Fertilization regimen reduces environmental impact of landscape palms

May 26, 2015, American Society for Horticultural Science
Areca palm showing severe potassium and magnesium deficiencies caused by application of high nitrogen turf fertilizer. A study recommends new strategies for reducing deficiencies through fertilization techniques. Credit: Photo courtesy of Timothy Broschat

Palms are an important part of the environment in subtropical and warm temperate climates. Palms' aesthetics and small "footprints" make them desirable in a variety of landscapes throughout the southeastern United States. Unfortunately, palms also have some of the highest nutrient requirements of any plants. Timothy Broschat, a scientist from the University of Florida's Fort Lauderdale Research and Education Center, explained that most palms in the southeastern US are grown in sandy, nutrient-poor soils. "The result is that most landscape palms in this region are deficient in one or more elements," he said. "These deficiencies are conspicuous and unsightly; they reduce canopy size and vigor, and can become fatal for palms."

Broschat published the results of a study of areca in the March 2015 issue of HortScience. "The experiments were designed to determine if areca palms can be grown without supplemental phosphorus (P) in sandy or calcareous landscape soils, if areca palms can grow without supplemental nitrogen (N) during the summer rainy months of June through September in southern Florida, and if a controlled-release 0N-0P-13.3K-6Mg plus micronutrients (0-0-16) can be used to mitigate potential damage to palms caused by application of high-N fertilizers to palms or nearby turfgrass," explained Broschat. He noted that areca palms were used because they are sensitive to all of the common deficiencies associated with palms, including nitrogen.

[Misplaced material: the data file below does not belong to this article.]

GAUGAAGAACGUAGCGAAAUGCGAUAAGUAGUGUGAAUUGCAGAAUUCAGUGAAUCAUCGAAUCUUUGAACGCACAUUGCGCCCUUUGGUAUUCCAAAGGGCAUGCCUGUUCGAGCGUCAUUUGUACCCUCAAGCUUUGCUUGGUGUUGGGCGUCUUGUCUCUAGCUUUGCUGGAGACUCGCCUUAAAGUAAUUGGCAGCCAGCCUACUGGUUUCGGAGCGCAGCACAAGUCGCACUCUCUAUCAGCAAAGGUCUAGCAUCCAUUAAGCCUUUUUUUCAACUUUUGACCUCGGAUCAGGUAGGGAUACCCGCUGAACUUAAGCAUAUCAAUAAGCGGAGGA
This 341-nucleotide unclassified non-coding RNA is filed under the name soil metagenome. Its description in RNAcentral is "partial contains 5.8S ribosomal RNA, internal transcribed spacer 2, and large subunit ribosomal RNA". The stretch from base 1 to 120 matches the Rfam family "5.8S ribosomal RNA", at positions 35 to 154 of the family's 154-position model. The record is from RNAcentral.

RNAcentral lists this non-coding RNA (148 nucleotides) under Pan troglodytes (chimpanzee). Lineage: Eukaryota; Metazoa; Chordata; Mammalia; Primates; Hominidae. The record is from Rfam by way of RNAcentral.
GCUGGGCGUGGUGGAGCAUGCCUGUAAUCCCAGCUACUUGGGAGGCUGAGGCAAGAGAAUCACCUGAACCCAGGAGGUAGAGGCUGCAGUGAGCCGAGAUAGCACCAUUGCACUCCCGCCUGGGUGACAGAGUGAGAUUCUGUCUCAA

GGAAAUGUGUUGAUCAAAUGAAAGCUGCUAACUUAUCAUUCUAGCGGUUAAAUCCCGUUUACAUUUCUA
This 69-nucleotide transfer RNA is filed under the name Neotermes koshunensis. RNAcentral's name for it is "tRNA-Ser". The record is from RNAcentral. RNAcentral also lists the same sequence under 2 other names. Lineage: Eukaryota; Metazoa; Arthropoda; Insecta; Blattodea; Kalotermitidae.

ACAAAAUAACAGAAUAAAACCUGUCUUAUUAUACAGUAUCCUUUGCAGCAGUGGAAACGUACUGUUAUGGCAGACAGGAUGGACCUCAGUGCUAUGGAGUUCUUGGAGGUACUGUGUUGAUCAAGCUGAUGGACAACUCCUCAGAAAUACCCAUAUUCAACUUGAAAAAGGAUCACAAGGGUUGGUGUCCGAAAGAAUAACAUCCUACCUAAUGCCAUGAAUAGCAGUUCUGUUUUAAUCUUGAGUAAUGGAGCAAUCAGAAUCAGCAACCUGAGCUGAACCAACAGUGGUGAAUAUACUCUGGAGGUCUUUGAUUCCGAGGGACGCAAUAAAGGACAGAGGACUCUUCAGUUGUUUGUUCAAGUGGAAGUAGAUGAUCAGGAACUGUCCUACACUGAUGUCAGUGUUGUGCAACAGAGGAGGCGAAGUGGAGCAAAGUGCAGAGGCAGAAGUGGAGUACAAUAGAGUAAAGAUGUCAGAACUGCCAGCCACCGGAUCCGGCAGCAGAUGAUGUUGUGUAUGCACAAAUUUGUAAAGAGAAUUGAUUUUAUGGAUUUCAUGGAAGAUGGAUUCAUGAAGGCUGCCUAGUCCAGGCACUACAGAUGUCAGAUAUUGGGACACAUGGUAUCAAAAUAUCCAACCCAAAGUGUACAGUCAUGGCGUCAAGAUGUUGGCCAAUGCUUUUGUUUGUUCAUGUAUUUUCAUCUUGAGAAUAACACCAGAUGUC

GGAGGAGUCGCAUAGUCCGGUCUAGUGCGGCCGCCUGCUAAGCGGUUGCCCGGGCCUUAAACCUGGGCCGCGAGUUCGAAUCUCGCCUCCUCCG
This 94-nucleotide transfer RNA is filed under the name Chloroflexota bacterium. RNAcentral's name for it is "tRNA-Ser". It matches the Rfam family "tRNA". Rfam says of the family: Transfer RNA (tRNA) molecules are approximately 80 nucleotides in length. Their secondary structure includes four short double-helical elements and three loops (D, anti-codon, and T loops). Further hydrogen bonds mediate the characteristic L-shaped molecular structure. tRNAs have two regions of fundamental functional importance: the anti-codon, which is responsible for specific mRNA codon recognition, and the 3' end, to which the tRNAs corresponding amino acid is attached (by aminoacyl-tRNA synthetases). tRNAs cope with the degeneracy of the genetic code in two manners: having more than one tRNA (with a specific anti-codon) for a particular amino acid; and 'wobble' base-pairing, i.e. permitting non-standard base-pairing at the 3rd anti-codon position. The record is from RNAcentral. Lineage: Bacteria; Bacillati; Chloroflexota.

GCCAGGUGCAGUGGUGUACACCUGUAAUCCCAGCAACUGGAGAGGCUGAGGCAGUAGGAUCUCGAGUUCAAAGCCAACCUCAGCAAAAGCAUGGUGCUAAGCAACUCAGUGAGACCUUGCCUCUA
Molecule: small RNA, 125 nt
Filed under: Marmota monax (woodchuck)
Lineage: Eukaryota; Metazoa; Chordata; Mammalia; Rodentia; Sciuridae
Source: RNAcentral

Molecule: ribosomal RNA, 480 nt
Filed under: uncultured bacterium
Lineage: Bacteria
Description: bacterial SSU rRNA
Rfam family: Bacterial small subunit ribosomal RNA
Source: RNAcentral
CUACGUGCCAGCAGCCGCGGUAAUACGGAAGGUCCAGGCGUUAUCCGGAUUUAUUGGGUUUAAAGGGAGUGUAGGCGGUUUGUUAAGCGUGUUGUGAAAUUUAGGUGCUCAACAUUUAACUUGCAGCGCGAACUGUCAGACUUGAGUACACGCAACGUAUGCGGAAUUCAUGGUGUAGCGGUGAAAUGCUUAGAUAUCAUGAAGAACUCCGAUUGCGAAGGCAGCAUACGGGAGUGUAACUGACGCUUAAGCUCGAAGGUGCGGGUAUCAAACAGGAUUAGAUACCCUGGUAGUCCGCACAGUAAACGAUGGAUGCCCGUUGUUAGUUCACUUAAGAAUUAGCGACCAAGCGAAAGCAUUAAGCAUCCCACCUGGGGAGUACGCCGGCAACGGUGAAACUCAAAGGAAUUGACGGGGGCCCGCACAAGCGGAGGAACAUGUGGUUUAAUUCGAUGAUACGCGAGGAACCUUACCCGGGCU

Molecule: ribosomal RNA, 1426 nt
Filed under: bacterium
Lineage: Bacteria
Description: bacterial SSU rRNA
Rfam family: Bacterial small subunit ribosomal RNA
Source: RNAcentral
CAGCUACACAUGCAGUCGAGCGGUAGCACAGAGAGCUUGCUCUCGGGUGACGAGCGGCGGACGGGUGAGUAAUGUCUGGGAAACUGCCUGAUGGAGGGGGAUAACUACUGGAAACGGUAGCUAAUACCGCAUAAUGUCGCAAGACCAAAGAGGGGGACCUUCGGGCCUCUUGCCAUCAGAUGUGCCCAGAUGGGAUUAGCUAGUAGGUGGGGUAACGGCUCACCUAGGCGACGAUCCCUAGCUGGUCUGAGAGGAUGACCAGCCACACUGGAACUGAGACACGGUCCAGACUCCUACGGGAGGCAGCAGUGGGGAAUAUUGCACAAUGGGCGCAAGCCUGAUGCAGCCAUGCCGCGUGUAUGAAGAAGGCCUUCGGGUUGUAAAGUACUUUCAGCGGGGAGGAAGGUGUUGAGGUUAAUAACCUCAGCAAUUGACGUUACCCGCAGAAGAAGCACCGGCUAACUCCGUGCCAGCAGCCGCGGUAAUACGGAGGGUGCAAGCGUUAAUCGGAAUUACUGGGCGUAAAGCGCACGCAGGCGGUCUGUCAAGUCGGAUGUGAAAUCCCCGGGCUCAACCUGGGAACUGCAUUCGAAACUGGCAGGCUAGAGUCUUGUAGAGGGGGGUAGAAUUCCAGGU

According to the study, current maintenance fertilizer recommendations for landscape palms in Florida entail four applications per year of a controlled release 8N-0.9P-10K-4Mg plus micronutrients (8-0-12) palm fertilizer. "However, because phosphorus and nitrogen are considered pollutants of ground and inland and coastal surface waters, it is important to apply only as much of these elements as necessary for palm health," Broschat said.

The experiments showed that areca palms growing on a sandy native soil or on a calcareous fill soil grew equally well with 8-0-12 fertilizer and the traditional 8N-0.9P-10K-4Mg plus micronutrients (8-2-12) formulation. "This indicates that phosphorus could be eliminated from the fertilizer without affecting palm growth or quality," Broschat said.

Additional results showed that fertilization with high nitrogen:potassium ratio fertilizers (typically used on St. Augustinegrass) reduced palm growth and overall quality. "These negative effects could be mitigated by supplementing these products with a controlled-release palm fertilizer having an analysis of 0-0-16-6 Mg plus micronutrients," Broschat said. "Substitution with 0-0-16 for 8-0-12 for the summer rainy season application resulted in similar palm quality to that obtained when 8-0-12 or 8-2-12 was applied year-round."

Broschat said that areca palms are susceptible to the same nutrient deficiencies as other common landscape palms, so the study results should be applicable to other species growing under similar environmental conditions.

Explore further: Scientist uses special fertilizer to keep palms, soil and water healthy

More information: HortScience, hortsci.ashspublications.org/c … nt/50/3/469.abstract

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